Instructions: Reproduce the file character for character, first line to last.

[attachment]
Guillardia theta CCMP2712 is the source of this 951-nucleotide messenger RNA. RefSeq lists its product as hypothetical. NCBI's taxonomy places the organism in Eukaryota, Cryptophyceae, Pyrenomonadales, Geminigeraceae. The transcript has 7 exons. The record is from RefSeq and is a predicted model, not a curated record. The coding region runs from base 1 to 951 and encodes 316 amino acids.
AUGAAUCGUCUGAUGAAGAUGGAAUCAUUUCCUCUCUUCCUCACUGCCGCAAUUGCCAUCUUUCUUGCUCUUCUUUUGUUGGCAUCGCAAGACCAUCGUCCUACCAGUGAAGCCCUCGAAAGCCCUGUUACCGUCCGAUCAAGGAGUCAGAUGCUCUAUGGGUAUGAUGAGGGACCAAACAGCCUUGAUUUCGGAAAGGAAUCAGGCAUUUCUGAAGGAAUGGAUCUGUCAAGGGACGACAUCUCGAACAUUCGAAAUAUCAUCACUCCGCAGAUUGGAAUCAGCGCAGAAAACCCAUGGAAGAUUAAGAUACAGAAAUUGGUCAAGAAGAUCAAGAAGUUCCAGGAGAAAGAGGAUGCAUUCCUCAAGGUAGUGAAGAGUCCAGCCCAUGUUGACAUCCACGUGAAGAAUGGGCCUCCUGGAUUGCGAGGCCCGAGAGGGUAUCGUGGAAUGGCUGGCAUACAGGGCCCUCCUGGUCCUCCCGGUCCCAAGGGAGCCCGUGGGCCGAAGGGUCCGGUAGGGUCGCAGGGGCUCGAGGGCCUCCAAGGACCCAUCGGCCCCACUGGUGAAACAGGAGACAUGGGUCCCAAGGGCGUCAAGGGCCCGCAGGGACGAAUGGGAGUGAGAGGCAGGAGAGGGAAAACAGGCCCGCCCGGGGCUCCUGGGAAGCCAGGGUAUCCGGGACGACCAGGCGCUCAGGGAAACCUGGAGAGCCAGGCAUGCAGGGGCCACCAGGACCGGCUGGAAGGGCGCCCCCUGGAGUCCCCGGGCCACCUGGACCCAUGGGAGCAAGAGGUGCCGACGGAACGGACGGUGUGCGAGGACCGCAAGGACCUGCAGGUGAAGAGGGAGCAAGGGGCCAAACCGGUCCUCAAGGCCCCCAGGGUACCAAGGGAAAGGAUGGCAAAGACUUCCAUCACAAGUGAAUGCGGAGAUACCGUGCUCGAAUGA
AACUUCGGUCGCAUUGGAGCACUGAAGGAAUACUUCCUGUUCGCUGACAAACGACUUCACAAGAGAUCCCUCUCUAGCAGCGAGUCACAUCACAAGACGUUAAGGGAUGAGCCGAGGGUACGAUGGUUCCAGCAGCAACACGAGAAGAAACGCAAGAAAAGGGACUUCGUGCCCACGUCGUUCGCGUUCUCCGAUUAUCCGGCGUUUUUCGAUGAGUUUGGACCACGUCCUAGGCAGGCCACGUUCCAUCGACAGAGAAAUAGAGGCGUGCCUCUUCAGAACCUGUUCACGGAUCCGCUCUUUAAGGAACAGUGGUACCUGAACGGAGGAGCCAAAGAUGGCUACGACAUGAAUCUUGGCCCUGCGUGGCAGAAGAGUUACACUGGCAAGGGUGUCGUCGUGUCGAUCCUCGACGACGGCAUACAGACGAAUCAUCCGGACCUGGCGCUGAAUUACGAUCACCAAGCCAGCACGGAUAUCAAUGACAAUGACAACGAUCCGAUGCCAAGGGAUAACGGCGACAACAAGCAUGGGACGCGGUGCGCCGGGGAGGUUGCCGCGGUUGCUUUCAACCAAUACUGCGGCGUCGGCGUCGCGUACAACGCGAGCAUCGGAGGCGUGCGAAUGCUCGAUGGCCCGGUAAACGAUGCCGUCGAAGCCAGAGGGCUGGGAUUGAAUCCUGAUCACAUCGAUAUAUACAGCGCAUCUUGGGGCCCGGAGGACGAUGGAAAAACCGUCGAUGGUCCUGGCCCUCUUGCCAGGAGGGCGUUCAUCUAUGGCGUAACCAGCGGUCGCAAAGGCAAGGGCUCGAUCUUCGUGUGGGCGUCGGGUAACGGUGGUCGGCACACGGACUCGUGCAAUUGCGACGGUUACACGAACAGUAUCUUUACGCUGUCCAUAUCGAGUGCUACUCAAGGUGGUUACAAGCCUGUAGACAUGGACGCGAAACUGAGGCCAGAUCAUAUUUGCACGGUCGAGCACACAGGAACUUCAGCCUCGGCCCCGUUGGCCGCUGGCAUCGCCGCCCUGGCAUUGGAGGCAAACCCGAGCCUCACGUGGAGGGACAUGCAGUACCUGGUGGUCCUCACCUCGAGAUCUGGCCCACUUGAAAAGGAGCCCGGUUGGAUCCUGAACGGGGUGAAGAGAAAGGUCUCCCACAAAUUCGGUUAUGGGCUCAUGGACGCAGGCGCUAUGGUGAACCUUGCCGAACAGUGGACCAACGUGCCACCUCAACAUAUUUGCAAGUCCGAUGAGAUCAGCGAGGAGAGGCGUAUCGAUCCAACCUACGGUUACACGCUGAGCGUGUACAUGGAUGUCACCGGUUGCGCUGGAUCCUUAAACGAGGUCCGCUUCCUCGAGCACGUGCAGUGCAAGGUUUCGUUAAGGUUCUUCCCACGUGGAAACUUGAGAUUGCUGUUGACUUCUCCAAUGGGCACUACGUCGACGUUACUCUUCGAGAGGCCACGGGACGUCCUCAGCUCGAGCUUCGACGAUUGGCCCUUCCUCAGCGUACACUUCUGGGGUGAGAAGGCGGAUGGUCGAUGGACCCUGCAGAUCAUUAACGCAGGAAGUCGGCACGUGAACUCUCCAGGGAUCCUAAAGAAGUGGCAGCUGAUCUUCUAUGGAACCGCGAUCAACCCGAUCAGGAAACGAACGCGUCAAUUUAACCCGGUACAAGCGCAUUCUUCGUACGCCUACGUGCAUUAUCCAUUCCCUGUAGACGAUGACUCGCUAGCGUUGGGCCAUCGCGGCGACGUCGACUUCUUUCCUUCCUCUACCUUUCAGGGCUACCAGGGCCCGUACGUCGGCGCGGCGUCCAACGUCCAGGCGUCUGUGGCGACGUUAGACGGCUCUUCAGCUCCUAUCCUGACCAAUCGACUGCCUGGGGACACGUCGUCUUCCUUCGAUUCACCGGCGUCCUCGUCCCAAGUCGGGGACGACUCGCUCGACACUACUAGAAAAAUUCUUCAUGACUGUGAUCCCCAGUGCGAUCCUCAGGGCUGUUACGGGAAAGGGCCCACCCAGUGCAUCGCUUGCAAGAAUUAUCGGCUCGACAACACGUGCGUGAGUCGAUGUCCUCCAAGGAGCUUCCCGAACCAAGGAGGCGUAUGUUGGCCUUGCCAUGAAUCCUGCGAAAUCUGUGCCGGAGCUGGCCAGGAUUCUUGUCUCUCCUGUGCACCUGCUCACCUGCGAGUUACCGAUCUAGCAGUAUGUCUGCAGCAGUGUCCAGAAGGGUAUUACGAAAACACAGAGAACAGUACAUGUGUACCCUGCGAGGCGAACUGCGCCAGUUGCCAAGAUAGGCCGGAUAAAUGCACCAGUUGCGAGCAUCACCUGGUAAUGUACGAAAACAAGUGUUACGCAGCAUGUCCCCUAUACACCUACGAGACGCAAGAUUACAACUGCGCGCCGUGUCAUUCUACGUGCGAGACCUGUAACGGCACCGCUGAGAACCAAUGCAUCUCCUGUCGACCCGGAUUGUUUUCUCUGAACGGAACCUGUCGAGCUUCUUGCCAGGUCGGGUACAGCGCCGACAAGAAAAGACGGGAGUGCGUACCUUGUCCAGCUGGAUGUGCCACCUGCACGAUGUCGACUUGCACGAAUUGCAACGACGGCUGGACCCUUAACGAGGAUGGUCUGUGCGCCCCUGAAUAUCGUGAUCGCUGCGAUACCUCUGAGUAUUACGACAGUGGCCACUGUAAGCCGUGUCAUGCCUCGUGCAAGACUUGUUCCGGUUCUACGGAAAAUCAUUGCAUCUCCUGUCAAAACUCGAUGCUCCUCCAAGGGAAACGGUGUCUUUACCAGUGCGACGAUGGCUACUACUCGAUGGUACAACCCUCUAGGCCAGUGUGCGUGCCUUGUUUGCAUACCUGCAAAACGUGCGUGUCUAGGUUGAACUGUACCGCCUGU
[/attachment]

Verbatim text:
Guillardia theta CCMP2712 is the source of this 951-nucleotide messenger RNA. RefSeq lists its product as hypothetical. NCBI's taxonomy places the organism in Eukaryota, Cryptophyceae, Pyrenomonadales, Geminigeraceae. The transcript has 7 exons. The record is from RefSeq and is a predicted model, not a curated record. The coding region runs from base 1 to 951 and encodes 316 amino acids.
AUGAAUCGUCUGAUGAAGAUGGAAUCAUUUCCUCUCUUCCUCACUGCCGCAAUUGCCAUCUUUCUUGCUCUUCUUUUGUUGGCAUCGCAAGACCAUCGUCCUACCAGUGAAGCCCUCGAAAGCCCUGUUACCGUCCGAUCAAGGAGUCAGAUGCUCUAUGGGUAUGAUGAGGGACCAAACAGCCUUGAUUUCGGAAAGGAAUCAGGCAUUUCUGAAGGAAUGGAUCUGUCAAGGGACGACAUCUCGAACAUUCGAAAUAUCAUCACUCCGCAGAUUGGAAUCAGCGCAGAAAACCCAUGGAAGAUUAAGAUACAGAAAUUGGUCAAGAAGAUCAAGAAGUUCCAGGAGAAAGAGGAUGCAUUCCUCAAGGUAGUGAAGAGUCCAGCCCAUGUUGACAUCCACGUGAAGAAUGGGCCUCCUGGAUUGCGAGGCCCGAGAGGGUAUCGUGGAAUGGCUGGCAUACAGGGCCCUCCUGGUCCUCCCGGUCCCAAGGGAGCCCGUGGGCCGAAGGGUCCGGUAGGGUCGCAGGGGCUCGAGGGCCUCCAAGGACCCAUCGGCCCCACUGGUGAAACAGGAGACAUGGGUCCCAAGGGCGUCAAGGGCCCGCAGGGACGAAUGGGAGUGAGAGGCAGGAGAGGGAAAACAGGCCCGCCCGGGGCUCCUGGGAAGCCAGGGUAUCCGGGACGACCAGGCGCUCAGGGAAACCUGGAGAGCCAGGCAUGCAGGGGCCACCAGGACCGGCUGGAAGGGCGCCCCCUGGAGUCCCCGGGCCACCUGGACCCAUGGGAGCAAGAGGUGCCGACGGAACGGACGGUGUGCGAGGACCGCAAGGACCUGCAGGUGAAGAGGGAGCAAGGGGCCAAACCGGUCCUCAAGGCCCCCAGGGUACCAAGGGAAAGGAUGGCAAAGACUUCCAUCACAAGUGAAUGCGGAGAUACCGUGCUCGAAUGA
AACUUCGGUCGCAUUGGAGCACUGAAGGAAUACUUCCUGUUCGCUGACAAACGACUUCACAAGAGAUCCCUCUCUAGCAGCGAGUCACAUCACAAGACGUUAAGGGAUGAGCCGAGGGUACGAUGGUUCCAGCAGCAACACGAGAAGAAACGCAAGAAAAGGGACUUCGUGCCCACGUCGUUCGCGUUCUCCGAUUAUCCGGCGUUUUUCGAUGAGUUUGGACCACGUCCUAGGCAGGCCACGUUCCAUCGACAGAGAAAUAGAGGCGUGCCUCUUCAGAACCUGUUCACGGAUCCGCUCUUUAAGGAACAGUGGUACCUGAACGGAGGAGCCAAAGAUGGCUACGACAUGAAUCUUGGCCCUGCGUGGCAGAAGAGUUACACUGGCAAGGGUGUCGUCGUGUCGAUCCUCGACGACGGCAUACAGACGAAUCAUCCGGACCUGGCGCUGAAUUACGAUCACCAAGCCAGCACGGAUAUCAAUGACAAUGACAACGAUCCGAUGCCAAGGGAUAACGGCGACAACAAGCAUGGGACGCGGUGCGCCGGGGAGGUUGCCGCGGUUGCUUUCAACCAAUACUGCGGCGUCGGCGUCGCGUACAACGCGAGCAUCGGAGGCGUGCGAAUGCUCGAUGGCCCGGUAAACGAUGCCGUCGAAGCCAGAGGGCUGGGAUUGAAUCCUGAUCACAUCGAUAUAUACAGCGCAUCUUGGGGCCCGGAGGACGAUGGAAAAACCGUCGAUGGUCCUGGCCCUCUUGCCAGGAGGGCGUUCAUCUAUGGCGUAACCAGCGGUCGCAAAGGCAAGGGCUCGAUCUUCGUGUGGGCGUCGGGUAACGGUGGUCGGCACACGGACUCGUGCAAUUGCGACGGUUACACGAACAGUAUCUUUACGCUGUCCAUAUCGAGUGCUACUCAAGGUGGUUACAAGCCUGUAGACAUGGACGCGAAACUGAGGCCAGAUCAUAUUUGCACGGUCGAGCACACAGGAACUUCAGCCUCGGCCCCGUUGGCCGCUGGCAUCGCCGCCCUGGCAUUGGAGGCAAACCCGAGCCUCACGUGGAGGGACAUGCAGUACCUGGUGGUCCUCACCUCGAGAUCUGGCCCACUUGAAAAGGAGCCCGGUUGGAUCCUGAACGGGGUGAAGAGAAAGGUCUCCCACAAAUUCGGUUAUGGGCUCAUGGACGCAGGCGCUAUGGUGAACCUUGCCGAACAGUGGACCAACGUGCCACCUCAACAUAUUUGCAAGUCCGAUGAGAUCAGCGAGGAGAGGCGUAUCGAUCCAACCUACGGUUACACGCUGAGCGUGUACAUGGAUGUCACCGGUUGCGCUGGAUCCUUAAACGAGGUCCGCUUCCUCGAGCACGUGCAGUGCAAGGUUUCGUUAAGGUUCUUCCCACGUGGAAACUUGAGAUUGCUGUUGACUUCUCCAAUGGGCACUACGUCGACGUUACUCUUCGAGAGGCCACGGGACGUCCUCAGCUCGAGCUUCGACGAUUGGCCCUUCCUCAGCGUACACUUCUGGGGUGAGAAGGCGGAUGGUCGAUGGACCCUGCAGAUCAUUAACGCAGGAAGUCGGCACGUGAACUCUCCAGGGAUCCUAAAGAAGUGGCAGCUGAUCUUCUAUGGAACCGCGAUCAACCCGAUCAGGAAACGAACGCGUCAAUUUAACCCGGUACAAGCGCAUUCUUCGUACGCCUACGUGCAUUAUCCAUUCCCUGUAGACGAUGACUCGCUAGCGUUGGGCCAUCGCGGCGACGUCGACUUCUUUCCUUCCUCUACCUUUCAGGGCUACCAGGGCCCGUACGUCGGCGCGGCGUCCAACGUCCAGGCGUCUGUGGCGACGUUAGACGGCUCUUCAGCUCCUAUCCUGACCAAUCGACUGCCUGGGGACACGUCGUCUUCCUUCGAUUCACCGGCGUCCUCGUCCCAAGUCGGGGACGACUCGCUCGACACUACUAGAAAAAUUCUUCAUGACUGUGAUCCCCAGUGCGAUCCUCAGGGCUGUUACGGGAAAGGGCCCACCCAGUGCAUCGCUUGCAAGAAUUAUCGGCUCGACAACACGUGCGUGAGUCGAUGUCCUCCAAGGAGCUUCCCGAACCAAGGAGGCGUAUGUUGGCCUUGCCAUGAAUCCUGCGAAAUCUGUGCCGGAGCUGGCCAGGAUUCUUGUCUCUCCUGUGCACCUGCUCACCUGCGAGUUACCGAUCUAGCAGUAUGUCUGCAGCAGUGUCCAGAAGGGUAUUACGAAAACACAGAGAACAGUACAUGUGUACCCUGCGAGGCGAACUGCGCCAGUUGCCAAGAUAGGCCGGAUAAAUGCACCAGUUGCGAGCAUCACCUGGUAAUGUACGAAAACAAGUGUUACGCAGCAUGUCCCCUAUACACCUACGAGACGCAAGAUUACAACUGCGCGCCGUGUCAUUCUACGUGCGAGACCUGUAACGGCACCGCUGAGAACCAAUGCAUCUCCUGUCGACCCGGAUUGUUUUCUCUGAACGGAACCUGUCGAGCUUCUUGCCAGGUCGGGUACAGCGCCGACAAGAAAAGACGGGAGUGCGUACCUUGUCCAGCUGGAUGUGCCACCUGCACGAUGUCGACUUGCACGAAUUGCAACGACGGCUGGACCCUUAACGAGGAUGGUCUGUGCGCCCCUGAAUAUCGUGAUCGCUGCGAUACCUCUGAGUAUUACGACAGUGGCCACUGUAAGCCGUGUCAUGCCUCGUGCAAGACUUGUUCCGGUUCUACGGAAAAUCAUUGCAUCUCCUGUCAAAACUCGAUGCUCCUCCAAGGGAAACGGUGUCUUUACCAGUGCGACGAUGGCUACUACUCGAUGGUACAACCCUCUAGGCCAGUGUGCGUGCCUUGUUUGCAUACCUGCAAAACGUGCGUGUCUAGGUUGAACUGUACCGCCUGU